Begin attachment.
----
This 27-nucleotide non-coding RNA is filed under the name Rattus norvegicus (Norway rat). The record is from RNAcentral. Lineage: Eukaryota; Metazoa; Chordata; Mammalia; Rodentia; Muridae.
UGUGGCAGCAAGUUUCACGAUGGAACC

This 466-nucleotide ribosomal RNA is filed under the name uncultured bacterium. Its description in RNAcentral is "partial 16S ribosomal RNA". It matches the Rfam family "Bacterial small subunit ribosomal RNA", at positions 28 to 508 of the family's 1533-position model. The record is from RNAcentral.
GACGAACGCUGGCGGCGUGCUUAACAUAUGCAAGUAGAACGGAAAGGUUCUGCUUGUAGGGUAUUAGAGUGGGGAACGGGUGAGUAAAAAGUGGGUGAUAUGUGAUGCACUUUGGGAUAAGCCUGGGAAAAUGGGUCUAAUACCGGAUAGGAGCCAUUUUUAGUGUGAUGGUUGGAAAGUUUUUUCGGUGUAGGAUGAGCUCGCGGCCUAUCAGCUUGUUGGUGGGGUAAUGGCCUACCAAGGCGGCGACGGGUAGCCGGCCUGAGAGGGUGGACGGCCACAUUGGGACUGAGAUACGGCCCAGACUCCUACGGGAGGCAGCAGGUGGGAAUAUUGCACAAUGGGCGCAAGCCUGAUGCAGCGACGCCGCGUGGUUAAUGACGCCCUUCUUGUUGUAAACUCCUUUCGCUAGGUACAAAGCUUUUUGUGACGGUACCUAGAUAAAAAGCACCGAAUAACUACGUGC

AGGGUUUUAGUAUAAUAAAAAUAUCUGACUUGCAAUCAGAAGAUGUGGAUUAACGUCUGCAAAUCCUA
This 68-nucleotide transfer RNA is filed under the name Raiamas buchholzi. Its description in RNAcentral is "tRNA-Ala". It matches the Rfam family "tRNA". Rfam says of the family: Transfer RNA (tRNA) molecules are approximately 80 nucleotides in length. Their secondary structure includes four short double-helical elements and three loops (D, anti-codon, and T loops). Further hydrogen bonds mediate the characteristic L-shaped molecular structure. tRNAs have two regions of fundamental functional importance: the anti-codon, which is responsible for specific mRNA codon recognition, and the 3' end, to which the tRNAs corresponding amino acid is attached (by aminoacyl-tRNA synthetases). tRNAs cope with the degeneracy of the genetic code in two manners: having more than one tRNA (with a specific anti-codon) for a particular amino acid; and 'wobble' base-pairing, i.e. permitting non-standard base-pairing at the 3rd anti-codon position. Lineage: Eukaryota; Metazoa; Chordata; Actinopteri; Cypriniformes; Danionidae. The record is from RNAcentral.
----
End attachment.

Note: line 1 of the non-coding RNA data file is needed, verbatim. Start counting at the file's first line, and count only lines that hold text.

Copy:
This 27-nucleotide non-coding RNA is filed under the name Rattus norvegicus (Norway rat). The record is from RNAcentral. Lineage: Eukaryota; Metazoa; Chordata; Mammalia; Rodentia; Muridae.